February marks Black History Month, a month to appreciate the accomplishments that African-Americans have made throughout American history. This month, we are highlighting the important role African-American figures have played, and continue to play, in promoting true religious freedom and church-state separation.

Among the biggest advocates of church-state separation and religious freedom is civil rights icon U.S. Del. Eleanor Holmes Norton (D-D.C.). Holmes Norton was the first woman appointed as chair of the Equal Employment Opportunity Commission, and during her time there she worked on immensely important issues, including combatting religious discrimination, to protect the civil rights of all Americans, regardless of race, gender, religion and the like.

With her hefty resume of civil rights, it’s no surprise that Holmes Norton is a strong anti-voucher advocate in Congress. Voucher schemes remain a threat to civil rights and religious freedom because they don’t provide the same rights and protections to students as public schools, and selectively choose which students to serve. Studies also revealed that racial segregation is higher in private schools and that school voucher schemes favor white children.

With her hefty resume of civil rights, it’s no surprise that Holmes Norton is a strong anti-voucher advocate in Congress.

Vouchers have a troubling history. After the U.S. Supreme Court struck down segregation in public schools in 1954’s Brown v. Board of Education, officials in some counties, notably in Virginia, closed their public schools and gave white parents financial assistance to send their children to private academies that practiced segregation. In Congress, Holmes Norton has strongly opposed the D.C. voucher program, which is the only federally funded voucher program in the country.

In addition to pushing back against voucher programs that pick and choose which students to serve, Holmes Norton is also a critic of the government picking and choosing which religious groups they deem worthy of entering the country. She co-sponsored the Freedom of Religion Act, which would ensure that immigrants, refugees and international travelers are not barred from entering the United States solely because of their religion.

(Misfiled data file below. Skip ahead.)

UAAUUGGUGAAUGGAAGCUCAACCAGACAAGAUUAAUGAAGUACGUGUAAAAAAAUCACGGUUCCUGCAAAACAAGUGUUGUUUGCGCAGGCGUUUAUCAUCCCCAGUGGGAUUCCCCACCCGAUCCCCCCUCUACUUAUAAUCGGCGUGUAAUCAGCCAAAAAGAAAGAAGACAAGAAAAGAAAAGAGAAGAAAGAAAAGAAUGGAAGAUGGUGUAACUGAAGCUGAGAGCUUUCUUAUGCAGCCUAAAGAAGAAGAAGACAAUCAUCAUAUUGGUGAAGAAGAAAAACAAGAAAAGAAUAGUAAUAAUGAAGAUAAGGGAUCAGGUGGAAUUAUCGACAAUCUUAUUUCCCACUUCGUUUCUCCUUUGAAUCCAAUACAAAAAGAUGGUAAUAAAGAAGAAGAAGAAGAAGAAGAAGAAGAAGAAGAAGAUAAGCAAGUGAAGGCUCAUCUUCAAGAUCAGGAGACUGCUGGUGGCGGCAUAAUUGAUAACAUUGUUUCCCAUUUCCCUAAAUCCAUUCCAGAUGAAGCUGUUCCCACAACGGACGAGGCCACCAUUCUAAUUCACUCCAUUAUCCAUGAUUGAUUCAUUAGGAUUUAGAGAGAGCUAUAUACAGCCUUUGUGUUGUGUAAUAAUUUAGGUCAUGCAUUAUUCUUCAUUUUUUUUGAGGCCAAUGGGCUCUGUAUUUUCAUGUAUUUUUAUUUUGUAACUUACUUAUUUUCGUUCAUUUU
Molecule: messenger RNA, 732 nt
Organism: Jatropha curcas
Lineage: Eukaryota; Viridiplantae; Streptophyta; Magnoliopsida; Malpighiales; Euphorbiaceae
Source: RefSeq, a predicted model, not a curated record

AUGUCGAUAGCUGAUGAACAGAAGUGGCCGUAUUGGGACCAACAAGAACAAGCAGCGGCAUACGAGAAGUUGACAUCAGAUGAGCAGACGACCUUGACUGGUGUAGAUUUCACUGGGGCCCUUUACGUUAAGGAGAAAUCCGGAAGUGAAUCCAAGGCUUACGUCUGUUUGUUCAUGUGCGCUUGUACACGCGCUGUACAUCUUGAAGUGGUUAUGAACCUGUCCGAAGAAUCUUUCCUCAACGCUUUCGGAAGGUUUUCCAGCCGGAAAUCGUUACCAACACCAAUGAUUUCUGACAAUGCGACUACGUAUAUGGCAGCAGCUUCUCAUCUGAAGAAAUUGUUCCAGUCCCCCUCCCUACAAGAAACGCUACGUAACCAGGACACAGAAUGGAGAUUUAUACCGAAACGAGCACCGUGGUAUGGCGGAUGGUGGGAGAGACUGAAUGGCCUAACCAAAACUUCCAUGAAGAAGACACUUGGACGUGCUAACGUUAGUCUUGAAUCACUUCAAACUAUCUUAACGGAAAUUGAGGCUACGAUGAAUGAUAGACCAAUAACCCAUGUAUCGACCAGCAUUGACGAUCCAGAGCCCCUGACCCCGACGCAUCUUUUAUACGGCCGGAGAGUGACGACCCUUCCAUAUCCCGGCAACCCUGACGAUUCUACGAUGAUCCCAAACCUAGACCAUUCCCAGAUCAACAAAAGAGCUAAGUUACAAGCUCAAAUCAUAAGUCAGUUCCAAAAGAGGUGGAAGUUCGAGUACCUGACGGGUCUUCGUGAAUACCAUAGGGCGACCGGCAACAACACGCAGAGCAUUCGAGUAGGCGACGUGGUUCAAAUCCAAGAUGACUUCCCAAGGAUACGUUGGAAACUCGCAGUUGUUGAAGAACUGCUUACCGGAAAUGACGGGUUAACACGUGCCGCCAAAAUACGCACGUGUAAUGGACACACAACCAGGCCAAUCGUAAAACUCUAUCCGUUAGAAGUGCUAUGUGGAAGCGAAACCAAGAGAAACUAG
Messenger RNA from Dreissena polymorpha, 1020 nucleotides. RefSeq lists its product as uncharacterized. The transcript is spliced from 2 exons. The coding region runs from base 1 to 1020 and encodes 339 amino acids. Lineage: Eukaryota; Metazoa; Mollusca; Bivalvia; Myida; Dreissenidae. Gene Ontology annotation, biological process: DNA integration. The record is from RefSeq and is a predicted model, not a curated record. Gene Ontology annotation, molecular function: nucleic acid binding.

“The very first Americans were refugees from religious oppression. It is unthinkable that in the 21st century a religion bar would be considered,” Holmes Norton said of then-presidential candidate Donald Trump’s plan to ban Muslims from entry to America. “Virtually every American believes there can be no religious test or exclusion of an immigrant to our country. That was the very first principle and it’s time we put that very first principle into law.”

More recently, Holmes Norton fought for women to protect a D.C. anti-discrimination law, the Reproductive Health Non-Discrimination Act, which prohibits employers from discriminating against employees based on their reproductive health care decisions – a law that the far-right has been attempting to prevent from being enforced by claiming “religious freedom” objections.

“No employer has the right to know, much less interfere, with the most private of health decisions of their employees,” she said.

Holmes Norton is also a fierce defender of the Johnson Amendment, a federal law that protects the integrity of houses of worship and nonprofits from politicians using them as campaign tools for endorsement. Throughout her defense of the law, which Trump vowed to “totally destroy,” Holmes Norton emphasized that houses of worship serve communities, not candidates. 

“Clergy are among our most powerful groups and know how to make their voices heard to protect their unique place in American society, and the overwhelming majority of clergy oppose repealing the Johnson Amendment,” she said in a May statement after Trump signed a “religious freedom” executive order that he claimed (incorrectly) would weaken enforcement of the Johnson Amendment. “Clergy already enjoy great leeway in their houses of worship when it comes to political speech, and some of the most political figures in our country are ministers and rabbis.”

Holmes Norton’s contributions to civil rights and social justice in the United States are impressive, and we appreciate her including church-state separation and religious freedom among the important issues she continues to champion.